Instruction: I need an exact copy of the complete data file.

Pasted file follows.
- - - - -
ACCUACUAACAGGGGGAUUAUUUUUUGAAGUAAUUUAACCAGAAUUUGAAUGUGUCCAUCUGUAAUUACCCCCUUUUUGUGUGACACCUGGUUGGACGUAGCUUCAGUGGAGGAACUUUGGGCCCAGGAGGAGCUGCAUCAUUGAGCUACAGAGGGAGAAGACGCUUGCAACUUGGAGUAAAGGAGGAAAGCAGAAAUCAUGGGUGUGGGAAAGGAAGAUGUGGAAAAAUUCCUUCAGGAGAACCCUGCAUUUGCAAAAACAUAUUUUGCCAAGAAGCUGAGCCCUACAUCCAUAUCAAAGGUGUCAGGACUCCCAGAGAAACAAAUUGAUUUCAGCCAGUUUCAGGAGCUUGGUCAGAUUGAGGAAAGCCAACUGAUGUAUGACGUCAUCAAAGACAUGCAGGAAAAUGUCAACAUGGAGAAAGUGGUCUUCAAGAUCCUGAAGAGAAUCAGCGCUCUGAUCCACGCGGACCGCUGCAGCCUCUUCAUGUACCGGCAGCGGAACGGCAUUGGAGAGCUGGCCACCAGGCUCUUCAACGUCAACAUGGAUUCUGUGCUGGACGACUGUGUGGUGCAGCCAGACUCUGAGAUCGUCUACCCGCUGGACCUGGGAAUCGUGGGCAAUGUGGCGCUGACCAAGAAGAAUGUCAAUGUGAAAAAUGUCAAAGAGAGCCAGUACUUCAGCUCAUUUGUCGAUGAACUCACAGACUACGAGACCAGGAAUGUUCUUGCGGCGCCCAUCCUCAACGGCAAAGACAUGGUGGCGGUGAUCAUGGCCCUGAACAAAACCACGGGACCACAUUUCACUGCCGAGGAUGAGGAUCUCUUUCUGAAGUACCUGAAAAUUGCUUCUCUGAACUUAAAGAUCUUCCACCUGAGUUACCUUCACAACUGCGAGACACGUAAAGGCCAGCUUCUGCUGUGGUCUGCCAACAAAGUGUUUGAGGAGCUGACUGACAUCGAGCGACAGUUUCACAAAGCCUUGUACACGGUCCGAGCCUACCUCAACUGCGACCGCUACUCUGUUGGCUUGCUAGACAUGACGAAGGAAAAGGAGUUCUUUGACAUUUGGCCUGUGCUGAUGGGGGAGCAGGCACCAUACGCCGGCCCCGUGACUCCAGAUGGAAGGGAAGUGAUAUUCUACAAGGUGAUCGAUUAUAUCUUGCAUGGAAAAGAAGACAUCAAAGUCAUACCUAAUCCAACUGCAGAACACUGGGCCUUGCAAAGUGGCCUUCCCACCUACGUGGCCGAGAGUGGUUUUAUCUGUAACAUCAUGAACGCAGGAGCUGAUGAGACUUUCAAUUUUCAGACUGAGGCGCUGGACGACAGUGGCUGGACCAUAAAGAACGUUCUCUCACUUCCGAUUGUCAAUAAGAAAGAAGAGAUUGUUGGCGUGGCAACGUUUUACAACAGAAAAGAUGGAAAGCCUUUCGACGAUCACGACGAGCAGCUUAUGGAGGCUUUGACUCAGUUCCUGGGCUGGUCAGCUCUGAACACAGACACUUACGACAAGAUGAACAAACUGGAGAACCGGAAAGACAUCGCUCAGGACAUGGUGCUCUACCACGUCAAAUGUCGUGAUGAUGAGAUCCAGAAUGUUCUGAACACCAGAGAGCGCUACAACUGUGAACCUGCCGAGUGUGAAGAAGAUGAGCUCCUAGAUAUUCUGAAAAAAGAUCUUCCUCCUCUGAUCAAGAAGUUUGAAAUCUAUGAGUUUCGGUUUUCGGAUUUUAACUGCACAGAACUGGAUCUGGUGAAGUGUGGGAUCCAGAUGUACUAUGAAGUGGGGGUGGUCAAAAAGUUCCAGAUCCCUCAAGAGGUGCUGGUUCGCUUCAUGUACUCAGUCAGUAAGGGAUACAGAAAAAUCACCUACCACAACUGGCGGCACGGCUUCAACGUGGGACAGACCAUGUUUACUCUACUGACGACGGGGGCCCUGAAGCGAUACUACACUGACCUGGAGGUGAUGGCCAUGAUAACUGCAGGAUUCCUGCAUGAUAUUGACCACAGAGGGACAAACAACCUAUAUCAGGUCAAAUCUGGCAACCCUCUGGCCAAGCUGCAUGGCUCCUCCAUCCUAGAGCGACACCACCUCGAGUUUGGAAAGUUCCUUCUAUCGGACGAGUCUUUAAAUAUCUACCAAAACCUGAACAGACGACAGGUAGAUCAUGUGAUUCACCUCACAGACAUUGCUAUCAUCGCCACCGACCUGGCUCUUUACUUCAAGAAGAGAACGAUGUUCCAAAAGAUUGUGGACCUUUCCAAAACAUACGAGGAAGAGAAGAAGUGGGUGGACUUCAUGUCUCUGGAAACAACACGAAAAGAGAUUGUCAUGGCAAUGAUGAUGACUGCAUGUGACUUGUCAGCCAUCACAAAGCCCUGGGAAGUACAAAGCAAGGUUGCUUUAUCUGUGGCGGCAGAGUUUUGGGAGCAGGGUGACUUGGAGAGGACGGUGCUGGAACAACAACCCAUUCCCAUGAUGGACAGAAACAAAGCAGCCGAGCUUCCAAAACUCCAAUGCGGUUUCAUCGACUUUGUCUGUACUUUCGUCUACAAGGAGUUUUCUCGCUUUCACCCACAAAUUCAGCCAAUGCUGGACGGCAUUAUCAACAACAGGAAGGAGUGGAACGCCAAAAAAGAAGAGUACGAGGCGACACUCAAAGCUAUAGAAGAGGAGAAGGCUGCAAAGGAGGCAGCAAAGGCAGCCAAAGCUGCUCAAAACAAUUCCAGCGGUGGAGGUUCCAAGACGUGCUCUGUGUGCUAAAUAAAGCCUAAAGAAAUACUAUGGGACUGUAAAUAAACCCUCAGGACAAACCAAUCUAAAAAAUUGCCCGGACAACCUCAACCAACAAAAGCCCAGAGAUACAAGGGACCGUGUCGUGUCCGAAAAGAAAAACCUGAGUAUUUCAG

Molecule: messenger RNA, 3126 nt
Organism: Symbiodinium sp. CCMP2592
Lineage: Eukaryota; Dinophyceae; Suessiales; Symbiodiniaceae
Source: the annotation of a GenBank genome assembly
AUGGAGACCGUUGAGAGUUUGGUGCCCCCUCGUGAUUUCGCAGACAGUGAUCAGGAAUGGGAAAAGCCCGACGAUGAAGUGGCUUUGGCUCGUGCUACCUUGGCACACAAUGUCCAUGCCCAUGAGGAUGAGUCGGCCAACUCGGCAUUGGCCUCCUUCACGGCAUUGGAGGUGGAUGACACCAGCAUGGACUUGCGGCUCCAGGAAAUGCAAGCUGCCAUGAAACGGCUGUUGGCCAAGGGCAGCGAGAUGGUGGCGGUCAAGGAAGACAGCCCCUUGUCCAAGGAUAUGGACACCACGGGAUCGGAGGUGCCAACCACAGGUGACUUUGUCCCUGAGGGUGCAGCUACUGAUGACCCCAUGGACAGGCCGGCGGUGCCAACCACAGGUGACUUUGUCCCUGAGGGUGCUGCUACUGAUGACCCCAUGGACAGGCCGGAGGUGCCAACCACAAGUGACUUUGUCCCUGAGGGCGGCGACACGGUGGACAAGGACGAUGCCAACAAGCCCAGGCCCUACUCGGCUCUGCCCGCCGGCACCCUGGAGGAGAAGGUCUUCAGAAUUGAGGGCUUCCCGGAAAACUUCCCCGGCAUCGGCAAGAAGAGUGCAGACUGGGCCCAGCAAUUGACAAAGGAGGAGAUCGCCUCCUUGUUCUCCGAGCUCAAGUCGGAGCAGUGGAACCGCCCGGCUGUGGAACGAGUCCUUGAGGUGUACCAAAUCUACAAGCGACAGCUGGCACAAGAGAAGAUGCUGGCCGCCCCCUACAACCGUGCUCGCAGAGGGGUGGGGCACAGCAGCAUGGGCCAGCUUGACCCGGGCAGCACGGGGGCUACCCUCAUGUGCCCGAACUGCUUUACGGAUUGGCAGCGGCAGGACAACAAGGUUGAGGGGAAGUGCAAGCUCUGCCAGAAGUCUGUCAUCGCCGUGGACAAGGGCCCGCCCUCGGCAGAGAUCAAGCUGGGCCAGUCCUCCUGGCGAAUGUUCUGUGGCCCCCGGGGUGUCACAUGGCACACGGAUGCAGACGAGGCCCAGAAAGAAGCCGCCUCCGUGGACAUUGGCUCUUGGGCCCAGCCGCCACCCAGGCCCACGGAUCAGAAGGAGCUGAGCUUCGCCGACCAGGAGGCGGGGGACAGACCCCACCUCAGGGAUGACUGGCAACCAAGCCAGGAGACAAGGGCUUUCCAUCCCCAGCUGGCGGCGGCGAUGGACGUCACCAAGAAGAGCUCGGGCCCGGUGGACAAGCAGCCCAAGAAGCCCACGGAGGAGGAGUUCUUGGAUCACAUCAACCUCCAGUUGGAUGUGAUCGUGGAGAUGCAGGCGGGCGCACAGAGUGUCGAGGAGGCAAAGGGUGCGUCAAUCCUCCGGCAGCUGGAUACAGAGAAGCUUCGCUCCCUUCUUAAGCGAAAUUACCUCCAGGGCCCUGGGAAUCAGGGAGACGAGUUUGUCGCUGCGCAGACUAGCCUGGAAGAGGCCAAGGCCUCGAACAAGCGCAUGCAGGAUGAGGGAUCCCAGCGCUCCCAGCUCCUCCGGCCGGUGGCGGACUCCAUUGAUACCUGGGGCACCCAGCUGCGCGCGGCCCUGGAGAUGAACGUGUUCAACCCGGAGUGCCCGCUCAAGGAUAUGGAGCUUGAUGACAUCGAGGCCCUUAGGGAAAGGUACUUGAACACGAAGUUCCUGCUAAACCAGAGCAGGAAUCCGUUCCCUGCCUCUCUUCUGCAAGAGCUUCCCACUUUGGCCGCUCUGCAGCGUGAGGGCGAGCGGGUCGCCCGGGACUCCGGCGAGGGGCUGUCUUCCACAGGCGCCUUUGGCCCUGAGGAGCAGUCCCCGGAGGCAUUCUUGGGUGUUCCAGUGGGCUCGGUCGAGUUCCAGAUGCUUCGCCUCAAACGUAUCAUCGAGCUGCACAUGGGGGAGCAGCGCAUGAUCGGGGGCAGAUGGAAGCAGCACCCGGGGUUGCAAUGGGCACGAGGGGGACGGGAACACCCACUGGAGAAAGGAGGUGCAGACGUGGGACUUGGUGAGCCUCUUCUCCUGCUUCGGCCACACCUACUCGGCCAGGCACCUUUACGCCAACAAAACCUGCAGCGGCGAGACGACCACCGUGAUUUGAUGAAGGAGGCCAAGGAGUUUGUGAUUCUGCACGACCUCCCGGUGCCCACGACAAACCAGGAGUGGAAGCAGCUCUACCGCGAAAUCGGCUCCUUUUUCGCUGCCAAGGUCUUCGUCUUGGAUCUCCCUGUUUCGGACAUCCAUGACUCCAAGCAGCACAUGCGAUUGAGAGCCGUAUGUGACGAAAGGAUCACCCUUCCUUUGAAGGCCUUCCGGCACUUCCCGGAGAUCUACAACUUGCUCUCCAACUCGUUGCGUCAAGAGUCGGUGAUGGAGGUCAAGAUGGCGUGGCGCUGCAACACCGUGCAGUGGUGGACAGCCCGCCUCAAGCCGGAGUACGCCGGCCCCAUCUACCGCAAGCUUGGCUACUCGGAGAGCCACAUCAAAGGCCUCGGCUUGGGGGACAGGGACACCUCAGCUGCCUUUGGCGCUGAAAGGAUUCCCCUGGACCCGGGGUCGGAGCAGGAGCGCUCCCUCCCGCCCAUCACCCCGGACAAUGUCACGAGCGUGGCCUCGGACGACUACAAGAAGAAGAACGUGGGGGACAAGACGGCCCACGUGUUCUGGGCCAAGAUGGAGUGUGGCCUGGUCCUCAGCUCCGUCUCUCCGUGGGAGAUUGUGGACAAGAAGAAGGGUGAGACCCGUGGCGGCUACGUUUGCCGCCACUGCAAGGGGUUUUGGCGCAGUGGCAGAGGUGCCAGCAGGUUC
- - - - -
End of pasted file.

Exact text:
ACCUACUAACAGGGGGAUUAUUUUUUGAAGUAAUUUAACCAGAAUUUGAAUGUGUCCAUCUGUAAUUACCCCCUUUUUGUGUGACACCUGGUUGGACGUAGCUUCAGUGGAGGAACUUUGGGCCCAGGAGGAGCUGCAUCAUUGAGCUACAGAGGGAGAAGACGCUUGCAACUUGGAGUAAAGGAGGAAAGCAGAAAUCAUGGGUGUGGGAAAGGAAGAUGUGGAAAAAUUCCUUCAGGAGAACCCUGCAUUUGCAAAAACAUAUUUUGCCAAGAAGCUGAGCCCUACAUCCAUAUCAAAGGUGUCAGGACUCCCAGAGAAACAAAUUGAUUUCAGCCAGUUUCAGGAGCUUGGUCAGAUUGAGGAAAGCCAACUGAUGUAUGACGUCAUCAAAGACAUGCAGGAAAAUGUCAACAUGGAGAAAGUGGUCUUCAAGAUCCUGAAGAGAAUCAGCGCUCUGAUCCACGCGGACCGCUGCAGCCUCUUCAUGUACCGGCAGCGGAACGGCAUUGGAGAGCUGGCCACCAGGCUCUUCAACGUCAACAUGGAUUCUGUGCUGGACGACUGUGUGGUGCAGCCAGACUCUGAGAUCGUCUACCCGCUGGACCUGGGAAUCGUGGGCAAUGUGGCGCUGACCAAGAAGAAUGUCAAUGUGAAAAAUGUCAAAGAGAGCCAGUACUUCAGCUCAUUUGUCGAUGAACUCACAGACUACGAGACCAGGAAUGUUCUUGCGGCGCCCAUCCUCAACGGCAAAGACAUGGUGGCGGUGAUCAUGGCCCUGAACAAAACCACGGGACCACAUUUCACUGCCGAGGAUGAGGAUCUCUUUCUGAAGUACCUGAAAAUUGCUUCUCUGAACUUAAAGAUCUUCCACCUGAGUUACCUUCACAACUGCGAGACACGUAAAGGCCAGCUUCUGCUGUGGUCUGCCAACAAAGUGUUUGAGGAGCUGACUGACAUCGAGCGACAGUUUCACAAAGCCUUGUACACGGUCCGAGCCUACCUCAACUGCGACCGCUACUCUGUUGGCUUGCUAGACAUGACGAAGGAAAAGGAGUUCUUUGACAUUUGGCCUGUGCUGAUGGGGGAGCAGGCACCAUACGCCGGCCCCGUGACUCCAGAUGGAAGGGAAGUGAUAUUCUACAAGGUGAUCGAUUAUAUCUUGCAUGGAAAAGAAGACAUCAAAGUCAUACCUAAUCCAACUGCAGAACACUGGGCCUUGCAAAGUGGCCUUCCCACCUACGUGGCCGAGAGUGGUUUUAUCUGUAACAUCAUGAACGCAGGAGCUGAUGAGACUUUCAAUUUUCAGACUGAGGCGCUGGACGACAGUGGCUGGACCAUAAAGAACGUUCUCUCACUUCCGAUUGUCAAUAAGAAAGAAGAGAUUGUUGGCGUGGCAACGUUUUACAACAGAAAAGAUGGAAAGCCUUUCGACGAUCACGACGAGCAGCUUAUGGAGGCUUUGACUCAGUUCCUGGGCUGGUCAGCUCUGAACACAGACACUUACGACAAGAUGAACAAACUGGAGAACCGGAAAGACAUCGCUCAGGACAUGGUGCUCUACCACGUCAAAUGUCGUGAUGAUGAGAUCCAGAAUGUUCUGAACACCAGAGAGCGCUACAACUGUGAACCUGCCGAGUGUGAAGAAGAUGAGCUCCUAGAUAUUCUGAAAAAAGAUCUUCCUCCUCUGAUCAAGAAGUUUGAAAUCUAUGAGUUUCGGUUUUCGGAUUUUAACUGCACAGAACUGGAUCUGGUGAAGUGUGGGAUCCAGAUGUACUAUGAAGUGGGGGUGGUCAAAAAGUUCCAGAUCCCUCAAGAGGUGCUGGUUCGCUUCAUGUACUCAGUCAGUAAGGGAUACAGAAAAAUCACCUACCACAACUGGCGGCACGGCUUCAACGUGGGACAGACCAUGUUUACUCUACUGACGACGGGGGCCCUGAAGCGAUACUACACUGACCUGGAGGUGAUGGCCAUGAUAACUGCAGGAUUCCUGCAUGAUAUUGACCACAGAGGGACAAACAACCUAUAUCAGGUCAAAUCUGGCAACCCUCUGGCCAAGCUGCAUGGCUCCUCCAUCCUAGAGCGACACCACCUCGAGUUUGGAAAGUUCCUUCUAUCGGACGAGUCUUUAAAUAUCUACCAAAACCUGAACAGACGACAGGUAGAUCAUGUGAUUCACCUCACAGACAUUGCUAUCAUCGCCACCGACCUGGCUCUUUACUUCAAGAAGAGAACGAUGUUCCAAAAGAUUGUGGACCUUUCCAAAACAUACGAGGAAGAGAAGAAGUGGGUGGACUUCAUGUCUCUGGAAACAACACGAAAAGAGAUUGUCAUGGCAAUGAUGAUGACUGCAUGUGACUUGUCAGCCAUCACAAAGCCCUGGGAAGUACAAAGCAAGGUUGCUUUAUCUGUGGCGGCAGAGUUUUGGGAGCAGGGUGACUUGGAGAGGACGGUGCUGGAACAACAACCCAUUCCCAUGAUGGACAGAAACAAAGCAGCCGAGCUUCCAAAACUCCAAUGCGGUUUCAUCGACUUUGUCUGUACUUUCGUCUACAAGGAGUUUUCUCGCUUUCACCCACAAAUUCAGCCAAUGCUGGACGGCAUUAUCAACAACAGGAAGGAGUGGAACGCCAAAAAAGAAGAGUACGAGGCGACACUCAAAGCUAUAGAAGAGGAGAAGGCUGCAAAGGAGGCAGCAAAGGCAGCCAAAGCUGCUCAAAACAAUUCCAGCGGUGGAGGUUCCAAGACGUGCUCUGUGUGCUAAAUAAAGCCUAAAGAAAUACUAUGGGACUGUAAAUAAACCCUCAGGACAAACCAAUCUAAAAAAUUGCCCGGACAACCUCAACCAACAAAAGCCCAGAGAUACAAGGGACCGUGUCGUGUCCGAAAAGAAAAACCUGAGUAUUUCAG

Molecule: messenger RNA, 3126 nt
Organism: Symbiodinium sp. CCMP2592
Lineage: Eukaryota; Dinophyceae; Suessiales; Symbiodiniaceae
Source: the annotation of a GenBank genome assembly
AUGGAGACCGUUGAGAGUUUGGUGCCCCCUCGUGAUUUCGCAGACAGUGAUCAGGAAUGGGAAAAGCCCGACGAUGAAGUGGCUUUGGCUCGUGCUACCUUGGCACACAAUGUCCAUGCCCAUGAGGAUGAGUCGGCCAACUCGGCAUUGGCCUCCUUCACGGCAUUGGAGGUGGAUGACACCAGCAUGGACUUGCGGCUCCAGGAAAUGCAAGCUGCCAUGAAACGGCUGUUGGCCAAGGGCAGCGAGAUGGUGGCGGUCAAGGAAGACAGCCCCUUGUCCAAGGAUAUGGACACCACGGGAUCGGAGGUGCCAACCACAGGUGACUUUGUCCCUGAGGGUGCAGCUACUGAUGACCCCAUGGACAGGCCGGCGGUGCCAACCACAGGUGACUUUGUCCCUGAGGGUGCUGCUACUGAUGACCCCAUGGACAGGCCGGAGGUGCCAACCACAAGUGACUUUGUCCCUGAGGGCGGCGACACGGUGGACAAGGACGAUGCCAACAAGCCCAGGCCCUACUCGGCUCUGCCCGCCGGCACCCUGGAGGAGAAGGUCUUCAGAAUUGAGGGCUUCCCGGAAAACUUCCCCGGCAUCGGCAAGAAGAGUGCAGACUGGGCCCAGCAAUUGACAAAGGAGGAGAUCGCCUCCUUGUUCUCCGAGCUCAAGUCGGAGCAGUGGAACCGCCCGGCUGUGGAACGAGUCCUUGAGGUGUACCAAAUCUACAAGCGACAGCUGGCACAAGAGAAGAUGCUGGCCGCCCCCUACAACCGUGCUCGCAGAGGGGUGGGGCACAGCAGCAUGGGCCAGCUUGACCCGGGCAGCACGGGGGCUACCCUCAUGUGCCCGAACUGCUUUACGGAUUGGCAGCGGCAGGACAACAAGGUUGAGGGGAAGUGCAAGCUCUGCCAGAAGUCUGUCAUCGCCGUGGACAAGGGCCCGCCCUCGGCAGAGAUCAAGCUGGGCCAGUCCUCCUGGCGAAUGUUCUGUGGCCCCCGGGGUGUCACAUGGCACACGGAUGCAGACGAGGCCCAGAAAGAAGCCGCCUCCGUGGACAUUGGCUCUUGGGCCCAGCCGCCACCCAGGCCCACGGAUCAGAAGGAGCUGAGCUUCGCCGACCAGGAGGCGGGGGACAGACCCCACCUCAGGGAUGACUGGCAACCAAGCCAGGAGACAAGGGCUUUCCAUCCCCAGCUGGCGGCGGCGAUGGACGUCACCAAGAAGAGCUCGGGCCCGGUGGACAAGCAGCCCAAGAAGCCCACGGAGGAGGAGUUCUUGGAUCACAUCAACCUCCAGUUGGAUGUGAUCGUGGAGAUGCAGGCGGGCGCACAGAGUGUCGAGGAGGCAAAGGGUGCGUCAAUCCUCCGGCAGCUGGAUACAGAGAAGCUUCGCUCCCUUCUUAAGCGAAAUUACCUCCAGGGCCCUGGGAAUCAGGGAGACGAGUUUGUCGCUGCGCAGACUAGCCUGGAAGAGGCCAAGGCCUCGAACAAGCGCAUGCAGGAUGAGGGAUCCCAGCGCUCCCAGCUCCUCCGGCCGGUGGCGGACUCCAUUGAUACCUGGGGCACCCAGCUGCGCGCGGCCCUGGAGAUGAACGUGUUCAACCCGGAGUGCCCGCUCAAGGAUAUGGAGCUUGAUGACAUCGAGGCCCUUAGGGAAAGGUACUUGAACACGAAGUUCCUGCUAAACCAGAGCAGGAAUCCGUUCCCUGCCUCUCUUCUGCAAGAGCUUCCCACUUUGGCCGCUCUGCAGCGUGAGGGCGAGCGGGUCGCCCGGGACUCCGGCGAGGGGCUGUCUUCCACAGGCGCCUUUGGCCCUGAGGAGCAGUCCCCGGAGGCAUUCUUGGGUGUUCCAGUGGGCUCGGUCGAGUUCCAGAUGCUUCGCCUCAAACGUAUCAUCGAGCUGCACAUGGGGGAGCAGCGCAUGAUCGGGGGCAGAUGGAAGCAGCACCCGGGGUUGCAAUGGGCACGAGGGGGACGGGAACACCCACUGGAGAAAGGAGGUGCAGACGUGGGACUUGGUGAGCCUCUUCUCCUGCUUCGGCCACACCUACUCGGCCAGGCACCUUUACGCCAACAAAACCUGCAGCGGCGAGACGACCACCGUGAUUUGAUGAAGGAGGCCAAGGAGUUUGUGAUUCUGCACGACCUCCCGGUGCCCACGACAAACCAGGAGUGGAAGCAGCUCUACCGCGAAAUCGGCUCCUUUUUCGCUGCCAAGGUCUUCGUCUUGGAUCUCCCUGUUUCGGACAUCCAUGACUCCAAGCAGCACAUGCGAUUGAGAGCCGUAUGUGACGAAAGGAUCACCCUUCCUUUGAAGGCCUUCCGGCACUUCCCGGAGAUCUACAACUUGCUCUCCAACUCGUUGCGUCAAGAGUCGGUGAUGGAGGUCAAGAUGGCGUGGCGCUGCAACACCGUGCAGUGGUGGACAGCCCGCCUCAAGCCGGAGUACGCCGGCCCCAUCUACCGCAAGCUUGGCUACUCGGAGAGCCACAUCAAAGGCCUCGGCUUGGGGGACAGGGACACCUCAGCUGCCUUUGGCGCUGAAAGGAUUCCCCUGGACCCGGGGUCGGAGCAGGAGCGCUCCCUCCCGCCCAUCACCCCGGACAAUGUCACGAGCGUGGCCUCGGACGACUACAAGAAGAAGAACGUGGGGGACAAGACGGCCCACGUGUUCUGGGCCAAGAUGGAGUGUGGCCUGGUCCUCAGCUCCGUCUCUCCGUGGGAGAUUGUGGACAAGAAGAAGGGUGAGACCCGUGGCGGCUACGUUUGCCGCCACUGCAAGGGGUUUUGGCGCAGUGGCAGAGGUGCCAGCAGGUUC